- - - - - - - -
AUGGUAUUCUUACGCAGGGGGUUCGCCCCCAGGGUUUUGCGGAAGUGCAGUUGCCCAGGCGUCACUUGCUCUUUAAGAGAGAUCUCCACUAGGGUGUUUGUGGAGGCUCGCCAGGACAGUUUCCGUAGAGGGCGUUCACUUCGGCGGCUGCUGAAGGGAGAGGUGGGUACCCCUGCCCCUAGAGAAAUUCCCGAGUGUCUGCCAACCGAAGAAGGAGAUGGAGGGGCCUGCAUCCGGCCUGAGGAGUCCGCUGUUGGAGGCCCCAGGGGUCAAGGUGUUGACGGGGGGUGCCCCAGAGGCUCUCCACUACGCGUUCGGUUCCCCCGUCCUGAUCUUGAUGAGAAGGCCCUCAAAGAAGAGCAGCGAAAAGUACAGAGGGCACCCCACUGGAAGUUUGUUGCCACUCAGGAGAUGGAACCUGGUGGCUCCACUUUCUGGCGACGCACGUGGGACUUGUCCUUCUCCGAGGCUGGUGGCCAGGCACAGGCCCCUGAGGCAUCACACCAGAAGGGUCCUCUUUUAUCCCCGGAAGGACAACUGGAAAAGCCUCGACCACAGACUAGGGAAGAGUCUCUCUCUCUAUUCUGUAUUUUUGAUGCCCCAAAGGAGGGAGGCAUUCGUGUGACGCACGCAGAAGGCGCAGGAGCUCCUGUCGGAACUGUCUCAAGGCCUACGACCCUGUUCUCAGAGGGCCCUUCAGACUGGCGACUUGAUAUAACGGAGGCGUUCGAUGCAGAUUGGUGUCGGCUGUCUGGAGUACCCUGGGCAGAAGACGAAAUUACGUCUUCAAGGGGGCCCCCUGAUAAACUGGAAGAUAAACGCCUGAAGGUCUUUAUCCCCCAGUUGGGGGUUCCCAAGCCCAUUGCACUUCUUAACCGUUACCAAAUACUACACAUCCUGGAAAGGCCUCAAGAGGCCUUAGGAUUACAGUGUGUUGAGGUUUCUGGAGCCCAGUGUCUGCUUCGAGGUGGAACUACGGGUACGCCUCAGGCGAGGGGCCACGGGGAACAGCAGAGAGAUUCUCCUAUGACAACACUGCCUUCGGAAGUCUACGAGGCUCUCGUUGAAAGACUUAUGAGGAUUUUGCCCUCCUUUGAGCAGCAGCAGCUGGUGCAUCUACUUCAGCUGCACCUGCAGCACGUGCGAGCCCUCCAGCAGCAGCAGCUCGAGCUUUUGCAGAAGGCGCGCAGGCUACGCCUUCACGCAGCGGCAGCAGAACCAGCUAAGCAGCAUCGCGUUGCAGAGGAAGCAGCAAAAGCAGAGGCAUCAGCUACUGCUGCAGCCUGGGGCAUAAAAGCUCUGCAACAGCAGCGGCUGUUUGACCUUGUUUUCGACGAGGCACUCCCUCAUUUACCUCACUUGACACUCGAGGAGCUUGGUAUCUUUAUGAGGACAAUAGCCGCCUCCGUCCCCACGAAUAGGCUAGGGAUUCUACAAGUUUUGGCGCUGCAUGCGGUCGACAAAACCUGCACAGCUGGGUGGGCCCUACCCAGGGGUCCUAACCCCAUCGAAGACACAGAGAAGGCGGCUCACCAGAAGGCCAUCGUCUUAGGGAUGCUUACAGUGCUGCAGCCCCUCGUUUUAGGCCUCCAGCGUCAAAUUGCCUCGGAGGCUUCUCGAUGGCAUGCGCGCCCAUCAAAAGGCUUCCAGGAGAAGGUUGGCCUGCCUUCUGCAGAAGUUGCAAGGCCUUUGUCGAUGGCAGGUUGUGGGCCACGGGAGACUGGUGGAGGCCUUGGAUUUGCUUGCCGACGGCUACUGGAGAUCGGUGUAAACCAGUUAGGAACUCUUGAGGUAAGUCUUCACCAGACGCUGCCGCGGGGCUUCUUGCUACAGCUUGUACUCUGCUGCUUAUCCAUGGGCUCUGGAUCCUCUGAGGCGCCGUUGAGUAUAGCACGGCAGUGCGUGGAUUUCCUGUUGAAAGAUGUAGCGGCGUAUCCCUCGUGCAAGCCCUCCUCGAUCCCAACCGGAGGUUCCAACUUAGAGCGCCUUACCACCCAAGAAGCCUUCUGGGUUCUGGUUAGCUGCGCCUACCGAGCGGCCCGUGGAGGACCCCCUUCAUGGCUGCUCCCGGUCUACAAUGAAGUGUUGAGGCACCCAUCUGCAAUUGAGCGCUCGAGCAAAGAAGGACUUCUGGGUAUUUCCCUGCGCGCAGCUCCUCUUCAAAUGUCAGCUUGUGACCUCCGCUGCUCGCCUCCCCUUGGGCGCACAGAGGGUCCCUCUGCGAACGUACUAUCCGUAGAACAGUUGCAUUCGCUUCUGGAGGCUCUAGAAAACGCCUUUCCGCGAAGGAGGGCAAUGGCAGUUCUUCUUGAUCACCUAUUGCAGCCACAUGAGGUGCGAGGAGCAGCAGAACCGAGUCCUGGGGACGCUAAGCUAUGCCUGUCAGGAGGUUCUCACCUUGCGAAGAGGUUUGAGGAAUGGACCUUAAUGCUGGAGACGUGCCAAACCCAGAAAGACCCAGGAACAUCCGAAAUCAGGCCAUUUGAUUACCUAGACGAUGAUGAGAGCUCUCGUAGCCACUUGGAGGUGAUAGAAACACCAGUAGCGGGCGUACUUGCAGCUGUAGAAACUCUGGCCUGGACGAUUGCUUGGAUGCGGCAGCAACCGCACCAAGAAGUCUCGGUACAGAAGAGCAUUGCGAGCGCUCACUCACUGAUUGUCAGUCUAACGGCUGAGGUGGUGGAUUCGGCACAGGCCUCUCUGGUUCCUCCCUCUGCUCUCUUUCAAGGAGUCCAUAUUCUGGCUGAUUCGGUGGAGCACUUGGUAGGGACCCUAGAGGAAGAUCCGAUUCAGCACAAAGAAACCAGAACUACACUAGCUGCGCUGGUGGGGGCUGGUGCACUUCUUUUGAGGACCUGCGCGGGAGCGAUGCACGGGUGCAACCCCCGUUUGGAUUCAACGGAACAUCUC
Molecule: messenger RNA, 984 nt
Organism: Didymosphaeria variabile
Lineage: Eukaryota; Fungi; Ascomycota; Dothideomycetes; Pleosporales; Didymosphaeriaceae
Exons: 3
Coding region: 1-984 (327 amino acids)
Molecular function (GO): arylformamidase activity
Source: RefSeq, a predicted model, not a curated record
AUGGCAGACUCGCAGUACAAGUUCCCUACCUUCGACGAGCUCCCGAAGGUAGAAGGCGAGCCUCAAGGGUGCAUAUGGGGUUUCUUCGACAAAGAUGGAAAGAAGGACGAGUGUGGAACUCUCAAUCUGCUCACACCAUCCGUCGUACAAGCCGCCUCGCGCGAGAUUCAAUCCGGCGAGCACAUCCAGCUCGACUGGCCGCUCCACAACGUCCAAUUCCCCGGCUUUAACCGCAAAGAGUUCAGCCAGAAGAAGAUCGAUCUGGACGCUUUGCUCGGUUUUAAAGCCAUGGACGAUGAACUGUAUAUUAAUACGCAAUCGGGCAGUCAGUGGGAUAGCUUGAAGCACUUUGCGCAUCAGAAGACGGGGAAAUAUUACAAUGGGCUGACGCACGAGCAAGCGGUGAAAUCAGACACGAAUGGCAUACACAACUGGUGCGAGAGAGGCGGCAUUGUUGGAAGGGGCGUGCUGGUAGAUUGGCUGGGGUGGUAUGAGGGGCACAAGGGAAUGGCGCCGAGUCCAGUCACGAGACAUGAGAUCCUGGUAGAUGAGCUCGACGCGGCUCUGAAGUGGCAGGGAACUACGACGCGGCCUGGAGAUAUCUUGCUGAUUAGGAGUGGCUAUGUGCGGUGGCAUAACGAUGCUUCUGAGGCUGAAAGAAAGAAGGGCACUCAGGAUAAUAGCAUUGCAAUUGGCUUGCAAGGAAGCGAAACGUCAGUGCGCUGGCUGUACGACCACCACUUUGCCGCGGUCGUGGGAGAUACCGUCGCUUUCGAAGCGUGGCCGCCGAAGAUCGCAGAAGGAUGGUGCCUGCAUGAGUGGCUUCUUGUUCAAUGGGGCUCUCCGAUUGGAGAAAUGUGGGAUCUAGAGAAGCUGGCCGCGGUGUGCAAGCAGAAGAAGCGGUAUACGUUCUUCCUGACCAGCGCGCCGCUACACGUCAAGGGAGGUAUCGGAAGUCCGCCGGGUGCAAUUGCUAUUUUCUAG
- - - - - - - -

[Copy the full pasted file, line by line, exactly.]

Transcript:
AUGGUAUUCUUACGCAGGGGGUUCGCCCCCAGGGUUUUGCGGAAGUGCAGUUGCCCAGGCGUCACUUGCUCUUUAAGAGAGAUCUCCACUAGGGUGUUUGUGGAGGCUCGCCAGGACAGUUUCCGUAGAGGGCGUUCACUUCGGCGGCUGCUGAAGGGAGAGGUGGGUACCCCUGCCCCUAGAGAAAUUCCCGAGUGUCUGCCAACCGAAGAAGGAGAUGGAGGGGCCUGCAUCCGGCCUGAGGAGUCCGCUGUUGGAGGCCCCAGGGGUCAAGGUGUUGACGGGGGGUGCCCCAGAGGCUCUCCACUACGCGUUCGGUUCCCCCGUCCUGAUCUUGAUGAGAAGGCCCUCAAAGAAGAGCAGCGAAAAGUACAGAGGGCACCCCACUGGAAGUUUGUUGCCACUCAGGAGAUGGAACCUGGUGGCUCCACUUUCUGGCGACGCACGUGGGACUUGUCCUUCUCCGAGGCUGGUGGCCAGGCACAGGCCCCUGAGGCAUCACACCAGAAGGGUCCUCUUUUAUCCCCGGAAGGACAACUGGAAAAGCCUCGACCACAGACUAGGGAAGAGUCUCUCUCUCUAUUCUGUAUUUUUGAUGCCCCAAAGGAGGGAGGCAUUCGUGUGACGCACGCAGAAGGCGCAGGAGCUCCUGUCGGAACUGUCUCAAGGCCUACGACCCUGUUCUCAGAGGGCCCUUCAGACUGGCGACUUGAUAUAACGGAGGCGUUCGAUGCAGAUUGGUGUCGGCUGUCUGGAGUACCCUGGGCAGAAGACGAAAUUACGUCUUCAAGGGGGCCCCCUGAUAAACUGGAAGAUAAACGCCUGAAGGUCUUUAUCCCCCAGUUGGGGGUUCCCAAGCCCAUUGCACUUCUUAACCGUUACCAAAUACUACACAUCCUGGAAAGGCCUCAAGAGGCCUUAGGAUUACAGUGUGUUGAGGUUUCUGGAGCCCAGUGUCUGCUUCGAGGUGGAACUACGGGUACGCCUCAGGCGAGGGGCCACGGGGAACAGCAGAGAGAUUCUCCUAUGACAACACUGCCUUCGGAAGUCUACGAGGCUCUCGUUGAAAGACUUAUGAGGAUUUUGCCCUCCUUUGAGCAGCAGCAGCUGGUGCAUCUACUUCAGCUGCACCUGCAGCACGUGCGAGCCCUCCAGCAGCAGCAGCUCGAGCUUUUGCAGAAGGCGCGCAGGCUACGCCUUCACGCAGCGGCAGCAGAACCAGCUAAGCAGCAUCGCGUUGCAGAGGAAGCAGCAAAAGCAGAGGCAUCAGCUACUGCUGCAGCCUGGGGCAUAAAAGCUCUGCAACAGCAGCGGCUGUUUGACCUUGUUUUCGACGAGGCACUCCCUCAUUUACCUCACUUGACACUCGAGGAGCUUGGUAUCUUUAUGAGGACAAUAGCCGCCUCCGUCCCCACGAAUAGGCUAGGGAUUCUACAAGUUUUGGCGCUGCAUGCGGUCGACAAAACCUGCACAGCUGGGUGGGCCCUACCCAGGGGUCCUAACCCCAUCGAAGACACAGAGAAGGCGGCUCACCAGAAGGCCAUCGUCUUAGGGAUGCUUACAGUGCUGCAGCCCCUCGUUUUAGGCCUCCAGCGUCAAAUUGCCUCGGAGGCUUCUCGAUGGCAUGCGCGCCCAUCAAAAGGCUUCCAGGAGAAGGUUGGCCUGCCUUCUGCAGAAGUUGCAAGGCCUUUGUCGAUGGCAGGUUGUGGGCCACGGGAGACUGGUGGAGGCCUUGGAUUUGCUUGCCGACGGCUACUGGAGAUCGGUGUAAACCAGUUAGGAACUCUUGAGGUAAGUCUUCACCAGACGCUGCCGCGGGGCUUCUUGCUACAGCUUGUACUCUGCUGCUUAUCCAUGGGCUCUGGAUCCUCUGAGGCGCCGUUGAGUAUAGCACGGCAGUGCGUGGAUUUCCUGUUGAAAGAUGUAGCGGCGUAUCCCUCGUGCAAGCCCUCCUCGAUCCCAACCGGAGGUUCCAACUUAGAGCGCCUUACCACCCAAGAAGCCUUCUGGGUUCUGGUUAGCUGCGCCUACCGAGCGGCCCGUGGAGGACCCCCUUCAUGGCUGCUCCCGGUCUACAAUGAAGUGUUGAGGCACCCAUCUGCAAUUGAGCGCUCGAGCAAAGAAGGACUUCUGGGUAUUUCCCUGCGCGCAGCUCCUCUUCAAAUGUCAGCUUGUGACCUCCGCUGCUCGCCUCCCCUUGGGCGCACAGAGGGUCCCUCUGCGAACGUACUAUCCGUAGAACAGUUGCAUUCGCUUCUGGAGGCUCUAGAAAACGCCUUUCCGCGAAGGAGGGCAAUGGCAGUUCUUCUUGAUCACCUAUUGCAGCCACAUGAGGUGCGAGGAGCAGCAGAACCGAGUCCUGGGGACGCUAAGCUAUGCCUGUCAGGAGGUUCUCACCUUGCGAAGAGGUUUGAGGAAUGGACCUUAAUGCUGGAGACGUGCCAAACCCAGAAAGACCCAGGAACAUCCGAAAUCAGGCCAUUUGAUUACCUAGACGAUGAUGAGAGCUCUCGUAGCCACUUGGAGGUGAUAGAAACACCAGUAGCGGGCGUACUUGCAGCUGUAGAAACUCUGGCCUGGACGAUUGCUUGGAUGCGGCAGCAACCGCACCAAGAAGUCUCGGUACAGAAGAGCAUUGCGAGCGCUCACUCACUGAUUGUCAGUCUAACGGCUGAGGUGGUGGAUUCGGCACAGGCCUCUCUGGUUCCUCCCUCUGCUCUCUUUCAAGGAGUCCAUAUUCUGGCUGAUUCGGUGGAGCACUUGGUAGGGACCCUAGAGGAAGAUCCGAUUCAGCACAAAGAAACCAGAACUACACUAGCUGCGCUGGUGGGGGCUGGUGCACUUCUUUUGAGGACCUGCGCGGGAGCGAUGCACGGGUGCAACCCCCGUUUGGAUUCAACGGAACAUCUC
Molecule: messenger RNA, 984 nt
Organism: Didymosphaeria variabile
Lineage: Eukaryota; Fungi; Ascomycota; Dothideomycetes; Pleosporales; Didymosphaeriaceae
Exons: 3
Coding region: 1-984 (327 amino acids)
Molecular function (GO): arylformamidase activity
Source: RefSeq, a predicted model, not a curated record
AUGGCAGACUCGCAGUACAAGUUCCCUACCUUCGACGAGCUCCCGAAGGUAGAAGGCGAGCCUCAAGGGUGCAUAUGGGGUUUCUUCGACAAAGAUGGAAAGAAGGACGAGUGUGGAACUCUCAAUCUGCUCACACCAUCCGUCGUACAAGCCGCCUCGCGCGAGAUUCAAUCCGGCGAGCACAUCCAGCUCGACUGGCCGCUCCACAACGUCCAAUUCCCCGGCUUUAACCGCAAAGAGUUCAGCCAGAAGAAGAUCGAUCUGGACGCUUUGCUCGGUUUUAAAGCCAUGGACGAUGAACUGUAUAUUAAUACGCAAUCGGGCAGUCAGUGGGAUAGCUUGAAGCACUUUGCGCAUCAGAAGACGGGGAAAUAUUACAAUGGGCUGACGCACGAGCAAGCGGUGAAAUCAGACACGAAUGGCAUACACAACUGGUGCGAGAGAGGCGGCAUUGUUGGAAGGGGCGUGCUGGUAGAUUGGCUGGGGUGGUAUGAGGGGCACAAGGGAAUGGCGCCGAGUCCAGUCACGAGACAUGAGAUCCUGGUAGAUGAGCUCGACGCGGCUCUGAAGUGGCAGGGAACUACGACGCGGCCUGGAGAUAUCUUGCUGAUUAGGAGUGGCUAUGUGCGGUGGCAUAACGAUGCUUCUGAGGCUGAAAGAAAGAAGGGCACUCAGGAUAAUAGCAUUGCAAUUGGCUUGCAAGGAAGCGAAACGUCAGUGCGCUGGCUGUACGACCACCACUUUGCCGCGGUCGUGGGAGAUACCGUCGCUUUCGAAGCGUGGCCGCCGAAGAUCGCAGAAGGAUGGUGCCUGCAUGAGUGGCUUCUUGUUCAAUGGGGCUCUCCGAUUGGAGAAAUGUGGGAUCUAGAGAAGCUGGCCGCGGUGUGCAAGCAGAAGAAGCGGUAUACGUUCUUCCUGACCAGCGCGCCGCUACACGUCAAGGGAGGUAUCGGAAGUCCGCCGGGUGCAAUUGCUAUUUUCUAG